The Book of the Dead can be found on tiny ancient temple walls, in sarcophagi and on precious rolls of papyrus, if you knew where to look, writes Sophie Campbell.
SHE was lying on her back at the bottom of the sarcophagus, legs pressed together under a fitted tunic, arms by her sides, bobbed hair immaculate, gazing skywards like a sunbathing tourist. This was Nut, the Egyptian goddess of the night, who swallows the sun every evening and gives birth to it again every dawn. She was very beautiful and her tunic was sprinkled with stars.
"That's a mirror you're looking at," said Khaled, an Egyptologist and guide, as we squatted by the stone sarcophagus in the Cairo Museum. "She's actually carved on to the lid."
I tried not to look startled. Nut had been imprisoned in darkness for 3000 years or more, staring not up at the sky and stars but down at a mummy-form coffin. It gave me an odd sensation - part claustrophobic, part morbid fascination - that seems to lurk about ancient Egyptian history.
Khaled had four days in which to explain the Book of the Dead, the subject of an exhibition opening at the British Museum in November, which covers millenniums of Egyptian royals.
We were flying from Cairo to Luxor, driving back via Middle Egypt and visiting Book of the Dead wall paintings along the way.
The Book of the Dead is not a book. It's a body of spells derived from the earliest incantations spoken by priests into the mouth of a mummy before its burial. As the centuries rolled by, the spoken spells - designed to protect the deceased from evil on its journey through night into the afterlife - became written; first on pyramid walls, then in sarcophagi and, later, on papyrus rolls.
The British Museum has a stupendous collection of these rolls, which will form the backbone of the show. And Nut makes an appearance in chapter 122.
The trouble is, you could spend a week in the cavernous Cairo Museum of Antiquities, founded by a Frenchman in the 19th century and holding the largest collection of Egyptian artefacts in the world.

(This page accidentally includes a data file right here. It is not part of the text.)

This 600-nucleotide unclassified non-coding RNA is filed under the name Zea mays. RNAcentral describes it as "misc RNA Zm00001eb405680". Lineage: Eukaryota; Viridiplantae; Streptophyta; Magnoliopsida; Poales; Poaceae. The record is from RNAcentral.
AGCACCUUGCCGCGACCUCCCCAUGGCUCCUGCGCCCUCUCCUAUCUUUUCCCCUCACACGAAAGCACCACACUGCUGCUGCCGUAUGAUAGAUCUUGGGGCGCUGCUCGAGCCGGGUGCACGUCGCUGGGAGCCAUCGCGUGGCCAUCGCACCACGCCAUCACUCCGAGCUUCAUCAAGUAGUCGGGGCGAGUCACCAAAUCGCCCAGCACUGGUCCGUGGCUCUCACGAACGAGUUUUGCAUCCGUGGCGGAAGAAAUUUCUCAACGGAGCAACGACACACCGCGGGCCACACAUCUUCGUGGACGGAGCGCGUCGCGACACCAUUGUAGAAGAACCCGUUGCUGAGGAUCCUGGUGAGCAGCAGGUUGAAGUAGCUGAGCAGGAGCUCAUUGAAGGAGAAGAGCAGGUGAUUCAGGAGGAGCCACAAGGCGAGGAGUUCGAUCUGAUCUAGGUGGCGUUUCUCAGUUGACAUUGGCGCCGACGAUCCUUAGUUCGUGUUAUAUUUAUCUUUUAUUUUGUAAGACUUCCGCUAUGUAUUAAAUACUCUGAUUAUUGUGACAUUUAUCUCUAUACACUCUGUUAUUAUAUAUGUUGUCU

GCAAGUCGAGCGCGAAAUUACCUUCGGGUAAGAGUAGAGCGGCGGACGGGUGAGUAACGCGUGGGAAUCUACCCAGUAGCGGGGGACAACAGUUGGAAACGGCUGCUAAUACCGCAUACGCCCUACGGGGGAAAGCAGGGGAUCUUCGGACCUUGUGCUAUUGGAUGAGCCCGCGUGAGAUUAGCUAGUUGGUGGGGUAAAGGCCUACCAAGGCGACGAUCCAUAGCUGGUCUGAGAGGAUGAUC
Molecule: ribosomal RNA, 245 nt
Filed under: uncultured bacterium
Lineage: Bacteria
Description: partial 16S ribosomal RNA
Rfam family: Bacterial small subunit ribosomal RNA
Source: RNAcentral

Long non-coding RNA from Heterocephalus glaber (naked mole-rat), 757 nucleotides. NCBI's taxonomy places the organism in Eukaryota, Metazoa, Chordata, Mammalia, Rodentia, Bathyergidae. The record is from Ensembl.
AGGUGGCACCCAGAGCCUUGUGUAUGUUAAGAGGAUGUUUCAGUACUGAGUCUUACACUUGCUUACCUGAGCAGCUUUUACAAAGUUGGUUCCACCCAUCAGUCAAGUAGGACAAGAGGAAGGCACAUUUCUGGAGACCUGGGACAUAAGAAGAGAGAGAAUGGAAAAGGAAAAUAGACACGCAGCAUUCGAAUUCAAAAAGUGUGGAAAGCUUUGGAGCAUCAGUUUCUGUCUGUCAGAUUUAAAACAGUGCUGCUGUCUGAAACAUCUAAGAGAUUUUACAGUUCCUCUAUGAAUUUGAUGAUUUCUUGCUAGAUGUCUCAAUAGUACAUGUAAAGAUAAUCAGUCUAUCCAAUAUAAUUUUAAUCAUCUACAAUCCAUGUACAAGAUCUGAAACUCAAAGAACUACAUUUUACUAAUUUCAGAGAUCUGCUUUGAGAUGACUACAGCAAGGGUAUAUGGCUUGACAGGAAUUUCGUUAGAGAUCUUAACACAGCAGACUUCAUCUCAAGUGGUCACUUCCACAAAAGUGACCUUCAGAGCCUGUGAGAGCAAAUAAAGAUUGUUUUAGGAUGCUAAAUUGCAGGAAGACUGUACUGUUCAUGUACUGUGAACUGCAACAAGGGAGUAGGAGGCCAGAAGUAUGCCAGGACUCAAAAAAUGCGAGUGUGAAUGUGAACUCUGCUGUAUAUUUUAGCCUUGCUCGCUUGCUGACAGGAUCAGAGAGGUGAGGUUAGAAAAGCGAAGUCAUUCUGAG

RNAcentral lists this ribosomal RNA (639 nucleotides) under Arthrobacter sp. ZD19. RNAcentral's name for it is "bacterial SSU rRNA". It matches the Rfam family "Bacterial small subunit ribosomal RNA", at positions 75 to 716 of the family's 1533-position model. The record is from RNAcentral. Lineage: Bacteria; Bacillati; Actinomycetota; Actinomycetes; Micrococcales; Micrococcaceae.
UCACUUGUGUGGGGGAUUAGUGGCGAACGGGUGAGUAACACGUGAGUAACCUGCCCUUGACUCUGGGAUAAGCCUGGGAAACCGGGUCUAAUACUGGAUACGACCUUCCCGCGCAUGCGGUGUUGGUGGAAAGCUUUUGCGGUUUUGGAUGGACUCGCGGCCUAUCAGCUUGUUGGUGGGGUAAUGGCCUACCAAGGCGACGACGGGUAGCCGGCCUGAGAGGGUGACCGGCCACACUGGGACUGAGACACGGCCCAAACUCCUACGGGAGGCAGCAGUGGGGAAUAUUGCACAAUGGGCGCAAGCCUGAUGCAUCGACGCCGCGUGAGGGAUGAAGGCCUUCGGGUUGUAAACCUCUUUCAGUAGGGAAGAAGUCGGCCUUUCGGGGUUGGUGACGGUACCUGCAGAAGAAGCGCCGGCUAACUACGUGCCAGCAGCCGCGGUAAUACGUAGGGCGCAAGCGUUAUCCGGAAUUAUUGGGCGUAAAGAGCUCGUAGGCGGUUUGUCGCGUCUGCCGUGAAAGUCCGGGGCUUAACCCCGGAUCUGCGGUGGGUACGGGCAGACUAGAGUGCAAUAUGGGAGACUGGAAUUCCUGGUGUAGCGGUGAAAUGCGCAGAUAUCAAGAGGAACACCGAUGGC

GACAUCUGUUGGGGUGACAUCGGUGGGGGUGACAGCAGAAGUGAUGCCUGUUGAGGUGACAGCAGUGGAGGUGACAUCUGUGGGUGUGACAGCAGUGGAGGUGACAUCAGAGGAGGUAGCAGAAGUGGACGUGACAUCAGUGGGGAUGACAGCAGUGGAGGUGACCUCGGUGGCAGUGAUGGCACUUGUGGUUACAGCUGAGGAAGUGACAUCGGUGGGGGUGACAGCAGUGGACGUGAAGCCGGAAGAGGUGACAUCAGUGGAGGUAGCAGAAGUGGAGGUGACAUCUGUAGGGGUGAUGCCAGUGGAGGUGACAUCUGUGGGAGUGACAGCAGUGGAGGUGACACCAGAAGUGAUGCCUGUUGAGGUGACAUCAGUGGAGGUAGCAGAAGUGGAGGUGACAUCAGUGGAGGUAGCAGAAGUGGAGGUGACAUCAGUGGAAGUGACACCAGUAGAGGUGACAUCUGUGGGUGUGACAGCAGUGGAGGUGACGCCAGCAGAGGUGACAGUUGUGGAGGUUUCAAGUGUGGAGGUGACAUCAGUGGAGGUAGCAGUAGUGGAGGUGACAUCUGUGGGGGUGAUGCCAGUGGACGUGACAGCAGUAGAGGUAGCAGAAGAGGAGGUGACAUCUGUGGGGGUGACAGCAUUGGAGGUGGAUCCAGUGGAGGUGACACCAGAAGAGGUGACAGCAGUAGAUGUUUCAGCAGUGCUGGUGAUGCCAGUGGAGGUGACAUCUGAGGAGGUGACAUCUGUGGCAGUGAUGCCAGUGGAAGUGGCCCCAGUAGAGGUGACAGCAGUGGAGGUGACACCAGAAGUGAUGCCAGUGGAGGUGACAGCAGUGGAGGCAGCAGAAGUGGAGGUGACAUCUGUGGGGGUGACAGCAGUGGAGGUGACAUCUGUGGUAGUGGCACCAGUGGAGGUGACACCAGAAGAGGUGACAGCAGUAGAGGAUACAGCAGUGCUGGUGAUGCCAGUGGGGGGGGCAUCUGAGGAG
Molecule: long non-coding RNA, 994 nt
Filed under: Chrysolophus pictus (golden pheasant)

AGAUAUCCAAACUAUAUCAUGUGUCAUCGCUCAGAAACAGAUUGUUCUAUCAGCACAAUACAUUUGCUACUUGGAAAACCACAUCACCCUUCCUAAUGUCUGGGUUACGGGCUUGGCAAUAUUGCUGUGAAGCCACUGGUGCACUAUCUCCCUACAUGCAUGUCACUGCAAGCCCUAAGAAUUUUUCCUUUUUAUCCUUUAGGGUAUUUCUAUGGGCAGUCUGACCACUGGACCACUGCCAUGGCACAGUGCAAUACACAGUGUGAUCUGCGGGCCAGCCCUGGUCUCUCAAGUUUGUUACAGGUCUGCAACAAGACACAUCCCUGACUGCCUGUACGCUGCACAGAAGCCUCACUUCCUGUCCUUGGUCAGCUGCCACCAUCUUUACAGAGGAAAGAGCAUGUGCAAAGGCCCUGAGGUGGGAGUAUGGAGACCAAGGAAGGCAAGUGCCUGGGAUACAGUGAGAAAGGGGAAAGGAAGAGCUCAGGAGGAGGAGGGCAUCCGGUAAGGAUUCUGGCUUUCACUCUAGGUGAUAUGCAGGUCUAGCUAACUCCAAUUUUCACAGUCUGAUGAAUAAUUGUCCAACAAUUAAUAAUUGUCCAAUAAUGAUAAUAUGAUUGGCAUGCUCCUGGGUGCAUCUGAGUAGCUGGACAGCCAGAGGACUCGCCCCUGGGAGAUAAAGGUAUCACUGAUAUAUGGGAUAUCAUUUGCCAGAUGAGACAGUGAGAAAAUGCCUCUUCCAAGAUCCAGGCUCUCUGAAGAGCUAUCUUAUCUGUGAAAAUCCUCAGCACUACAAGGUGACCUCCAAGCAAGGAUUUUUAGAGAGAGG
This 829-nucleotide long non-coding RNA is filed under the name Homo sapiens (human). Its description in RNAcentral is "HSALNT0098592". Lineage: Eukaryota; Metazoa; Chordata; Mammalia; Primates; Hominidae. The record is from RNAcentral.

"I'm concentrating on the 18th dynasty," Khaled announced, dismissing roomfuls of magnificent treasures, including Tutankhamun's death mask, gold funerary objects and 130 walking sticks (he may have died of gangrene of the leg), with a firm wave. "That's the beginning of the use of the Book of the Dead and also the time that the Valley of the Kings came into existence."
It was also the first dynasty of the New Kingdom; the peak of ancient Egyptian cultural achievement.
So, as everyone else queued for King Tut, we stared at the fine features of Amenhotep IV, an interesting chap who renamed himself Akhenaten, replaced the sun god Ra with a deity visible only to him, sacked 1500 priests and frequently had himself depicted as a woman. With his son, the boy-king Tutankhamun, and other star pharaohs of the New Kingdom (circa 1500BC-1000BC), they buried themselves not in pyramids, as their Old Kingdom ancestors did, but in deep chambers reached by sloping shafts. We now call this the Valley of the Kings, near Luxor, and several of the shaft walls are painted with chapters from the Book of the Dead.
Outside the vast pink museum, Cairo was heating up for the summer. Fading apartment blocks slumbered in the shade of acacia trees, traffic glittered and roared around the ring roads and there were small canals everywhere, fringed with litter and mudbrick houses. Donkeys tripped along, laden with bundles of alfalfa or with children who tapped them absent-mindedly with sticks as they went.
In the Dandy Mall, one of the city's colossal airconditioned complexes, I ate in a perfect facsimile of a traditional Egyptian restaurant, where the waiter fretted that it was late in the pigeon season: wouldn't I find them too small? They were tender, stuffed with rice, accompanied by molokhia (spinach soup) with rabbit and Circassian chicken with walnuts and washed down with a small bottle of beer. It was like being teleported to the desert. As I ate I mulled over the trip. It would not be chronological; we would move back and forth between Middle and New Kingdoms with extra bits - such as climbing into one of the earliest intact pyramids at Dahshur - unrelated to our theme but added in for fun.
We would see the process of "democratisation", which meant that pharaohs no longer had exclusive rights to resurrection, nor to using the Book of the Dead in their burial sites. Wealthy commoners, if they could afford it, could commission tomb decor using a papyrus pattern book of text and vignettes.